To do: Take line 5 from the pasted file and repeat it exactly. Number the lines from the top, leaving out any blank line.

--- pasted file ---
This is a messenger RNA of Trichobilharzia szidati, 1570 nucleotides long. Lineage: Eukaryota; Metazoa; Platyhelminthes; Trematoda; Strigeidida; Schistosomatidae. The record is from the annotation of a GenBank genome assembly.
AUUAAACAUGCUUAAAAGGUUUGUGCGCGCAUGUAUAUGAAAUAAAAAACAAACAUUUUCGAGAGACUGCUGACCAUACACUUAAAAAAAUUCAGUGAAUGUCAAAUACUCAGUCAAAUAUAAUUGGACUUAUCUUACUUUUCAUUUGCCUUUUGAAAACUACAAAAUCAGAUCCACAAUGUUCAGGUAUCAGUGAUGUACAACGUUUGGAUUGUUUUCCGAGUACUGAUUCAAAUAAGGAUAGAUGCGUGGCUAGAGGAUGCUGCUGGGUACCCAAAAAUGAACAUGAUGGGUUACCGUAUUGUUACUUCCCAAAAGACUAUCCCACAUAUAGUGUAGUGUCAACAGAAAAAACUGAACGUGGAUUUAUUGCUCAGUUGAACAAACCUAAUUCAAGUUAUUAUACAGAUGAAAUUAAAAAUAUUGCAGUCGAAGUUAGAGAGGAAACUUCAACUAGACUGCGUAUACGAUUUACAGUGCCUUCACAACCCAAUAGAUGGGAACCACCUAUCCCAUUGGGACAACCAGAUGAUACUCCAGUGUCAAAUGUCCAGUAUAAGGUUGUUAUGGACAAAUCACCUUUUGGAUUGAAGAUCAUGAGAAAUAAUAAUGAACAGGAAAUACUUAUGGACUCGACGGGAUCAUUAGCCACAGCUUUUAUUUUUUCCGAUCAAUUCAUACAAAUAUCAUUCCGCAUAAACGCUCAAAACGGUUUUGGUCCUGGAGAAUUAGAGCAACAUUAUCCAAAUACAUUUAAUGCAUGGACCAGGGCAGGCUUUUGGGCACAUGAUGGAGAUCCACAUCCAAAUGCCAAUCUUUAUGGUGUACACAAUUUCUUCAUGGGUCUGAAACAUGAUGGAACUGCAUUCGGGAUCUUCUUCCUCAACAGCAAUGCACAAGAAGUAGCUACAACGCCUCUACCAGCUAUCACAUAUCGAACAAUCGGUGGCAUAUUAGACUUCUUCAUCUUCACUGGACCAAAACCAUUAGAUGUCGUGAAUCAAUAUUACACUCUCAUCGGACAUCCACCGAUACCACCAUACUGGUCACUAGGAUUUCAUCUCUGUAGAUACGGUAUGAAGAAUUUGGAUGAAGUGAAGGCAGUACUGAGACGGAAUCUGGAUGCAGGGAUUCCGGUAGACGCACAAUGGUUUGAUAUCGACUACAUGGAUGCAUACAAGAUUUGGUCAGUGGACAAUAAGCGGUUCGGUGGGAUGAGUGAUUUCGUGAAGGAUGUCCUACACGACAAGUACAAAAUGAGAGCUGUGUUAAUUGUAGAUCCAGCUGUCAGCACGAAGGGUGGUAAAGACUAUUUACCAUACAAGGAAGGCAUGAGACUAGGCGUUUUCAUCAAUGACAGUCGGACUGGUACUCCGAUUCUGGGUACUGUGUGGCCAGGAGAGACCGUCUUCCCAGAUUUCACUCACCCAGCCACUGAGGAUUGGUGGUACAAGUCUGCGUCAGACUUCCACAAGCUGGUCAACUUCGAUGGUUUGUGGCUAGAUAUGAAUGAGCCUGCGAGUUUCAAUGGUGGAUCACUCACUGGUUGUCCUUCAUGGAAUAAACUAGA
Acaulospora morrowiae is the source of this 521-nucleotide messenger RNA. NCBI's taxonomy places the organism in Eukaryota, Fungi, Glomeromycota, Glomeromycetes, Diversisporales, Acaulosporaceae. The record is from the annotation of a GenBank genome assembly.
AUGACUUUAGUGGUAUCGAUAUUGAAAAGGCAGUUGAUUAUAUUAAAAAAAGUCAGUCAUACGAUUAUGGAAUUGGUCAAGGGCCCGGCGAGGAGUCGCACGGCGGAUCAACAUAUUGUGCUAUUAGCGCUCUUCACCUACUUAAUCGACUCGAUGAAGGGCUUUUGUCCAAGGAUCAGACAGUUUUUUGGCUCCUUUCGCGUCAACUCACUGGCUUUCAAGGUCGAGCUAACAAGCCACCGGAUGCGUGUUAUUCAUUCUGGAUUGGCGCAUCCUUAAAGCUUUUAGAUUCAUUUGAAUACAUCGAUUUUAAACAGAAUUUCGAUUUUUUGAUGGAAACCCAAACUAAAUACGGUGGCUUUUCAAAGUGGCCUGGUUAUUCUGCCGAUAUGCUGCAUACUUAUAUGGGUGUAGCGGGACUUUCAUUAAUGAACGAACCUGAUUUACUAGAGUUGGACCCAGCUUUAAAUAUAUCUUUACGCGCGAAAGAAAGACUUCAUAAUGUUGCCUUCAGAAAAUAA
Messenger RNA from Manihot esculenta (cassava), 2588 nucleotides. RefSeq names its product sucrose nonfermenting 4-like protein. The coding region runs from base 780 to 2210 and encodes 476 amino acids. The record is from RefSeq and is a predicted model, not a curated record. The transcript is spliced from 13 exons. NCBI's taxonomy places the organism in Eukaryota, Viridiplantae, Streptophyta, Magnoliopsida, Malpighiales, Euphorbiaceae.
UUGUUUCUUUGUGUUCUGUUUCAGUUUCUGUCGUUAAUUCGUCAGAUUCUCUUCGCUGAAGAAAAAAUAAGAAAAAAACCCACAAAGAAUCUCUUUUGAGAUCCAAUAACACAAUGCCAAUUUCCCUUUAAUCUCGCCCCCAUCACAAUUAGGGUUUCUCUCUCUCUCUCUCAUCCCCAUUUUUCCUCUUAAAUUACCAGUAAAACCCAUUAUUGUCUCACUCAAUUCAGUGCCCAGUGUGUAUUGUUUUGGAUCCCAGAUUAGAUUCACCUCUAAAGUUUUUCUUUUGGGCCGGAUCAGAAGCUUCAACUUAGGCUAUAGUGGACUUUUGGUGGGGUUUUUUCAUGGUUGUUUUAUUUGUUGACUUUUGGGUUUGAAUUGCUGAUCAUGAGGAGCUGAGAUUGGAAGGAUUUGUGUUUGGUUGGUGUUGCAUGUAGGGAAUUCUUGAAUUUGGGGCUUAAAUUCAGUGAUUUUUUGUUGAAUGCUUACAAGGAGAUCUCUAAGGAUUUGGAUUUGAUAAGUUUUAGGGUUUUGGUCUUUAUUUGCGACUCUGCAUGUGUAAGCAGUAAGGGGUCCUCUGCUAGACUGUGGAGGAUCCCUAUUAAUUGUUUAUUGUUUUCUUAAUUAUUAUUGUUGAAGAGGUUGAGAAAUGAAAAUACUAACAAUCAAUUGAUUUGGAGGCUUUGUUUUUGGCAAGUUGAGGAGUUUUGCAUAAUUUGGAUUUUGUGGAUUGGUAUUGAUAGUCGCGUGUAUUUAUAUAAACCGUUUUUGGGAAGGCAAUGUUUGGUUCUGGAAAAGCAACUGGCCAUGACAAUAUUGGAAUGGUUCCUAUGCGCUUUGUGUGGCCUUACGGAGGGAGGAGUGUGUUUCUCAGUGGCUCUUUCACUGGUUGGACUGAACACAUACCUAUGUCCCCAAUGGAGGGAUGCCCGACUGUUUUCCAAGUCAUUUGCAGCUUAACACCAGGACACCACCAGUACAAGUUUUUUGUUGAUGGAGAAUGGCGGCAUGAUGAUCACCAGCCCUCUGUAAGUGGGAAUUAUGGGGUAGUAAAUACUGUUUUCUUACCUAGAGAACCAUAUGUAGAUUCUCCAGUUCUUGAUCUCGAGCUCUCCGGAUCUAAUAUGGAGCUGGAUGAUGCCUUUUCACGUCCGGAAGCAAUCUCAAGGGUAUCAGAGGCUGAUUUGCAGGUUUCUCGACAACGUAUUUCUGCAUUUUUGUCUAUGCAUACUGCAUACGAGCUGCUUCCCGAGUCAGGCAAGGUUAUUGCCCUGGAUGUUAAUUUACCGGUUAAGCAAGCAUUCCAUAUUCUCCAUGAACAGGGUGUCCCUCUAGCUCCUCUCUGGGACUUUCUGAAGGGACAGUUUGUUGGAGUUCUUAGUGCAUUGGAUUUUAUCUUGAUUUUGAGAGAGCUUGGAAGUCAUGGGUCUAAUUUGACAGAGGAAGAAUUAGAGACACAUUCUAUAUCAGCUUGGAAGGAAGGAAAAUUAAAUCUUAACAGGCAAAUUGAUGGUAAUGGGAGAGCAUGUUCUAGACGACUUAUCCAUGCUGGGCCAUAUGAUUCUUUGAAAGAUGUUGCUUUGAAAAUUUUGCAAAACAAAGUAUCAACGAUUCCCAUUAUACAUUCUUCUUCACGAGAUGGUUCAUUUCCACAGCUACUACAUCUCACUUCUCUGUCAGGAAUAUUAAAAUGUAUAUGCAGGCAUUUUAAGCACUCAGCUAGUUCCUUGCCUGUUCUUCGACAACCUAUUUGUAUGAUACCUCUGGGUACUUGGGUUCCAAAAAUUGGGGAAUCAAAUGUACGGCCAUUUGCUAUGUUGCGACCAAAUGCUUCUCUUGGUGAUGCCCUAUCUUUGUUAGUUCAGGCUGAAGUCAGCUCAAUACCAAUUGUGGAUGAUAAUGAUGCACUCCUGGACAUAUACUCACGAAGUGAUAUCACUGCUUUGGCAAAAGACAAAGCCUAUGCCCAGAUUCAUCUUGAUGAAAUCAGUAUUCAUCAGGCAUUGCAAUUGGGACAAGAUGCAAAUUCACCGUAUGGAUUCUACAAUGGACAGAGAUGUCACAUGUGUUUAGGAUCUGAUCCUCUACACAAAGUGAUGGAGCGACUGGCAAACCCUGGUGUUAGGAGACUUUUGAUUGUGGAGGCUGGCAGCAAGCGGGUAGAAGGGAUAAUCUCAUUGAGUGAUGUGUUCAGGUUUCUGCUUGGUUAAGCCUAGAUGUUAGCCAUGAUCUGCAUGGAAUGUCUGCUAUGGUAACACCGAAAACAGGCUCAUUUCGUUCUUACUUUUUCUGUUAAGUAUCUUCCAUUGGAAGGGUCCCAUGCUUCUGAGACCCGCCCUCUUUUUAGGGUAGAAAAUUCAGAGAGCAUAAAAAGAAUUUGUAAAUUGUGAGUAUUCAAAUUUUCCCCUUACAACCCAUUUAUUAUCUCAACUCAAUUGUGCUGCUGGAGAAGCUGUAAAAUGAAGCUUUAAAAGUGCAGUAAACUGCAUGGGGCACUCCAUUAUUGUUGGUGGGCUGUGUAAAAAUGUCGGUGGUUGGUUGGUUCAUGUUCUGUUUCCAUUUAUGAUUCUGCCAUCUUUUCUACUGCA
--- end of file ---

Messenger RNA from Manihot esculenta (cassava), 2588 nucleotides. RefSeq names its product sucrose nonfermenting 4-like protein. The coding region runs from base 780 to 2210 and encodes 476 amino acids. The record is from RefSeq and is a predicted model, not a curated record. The transcript is spliced from 13 exons. NCBI's taxonomy places the organism in Eukaryota, Viridiplantae, Streptophyta, Magnoliopsida, Malpighiales, Euphorbiaceae.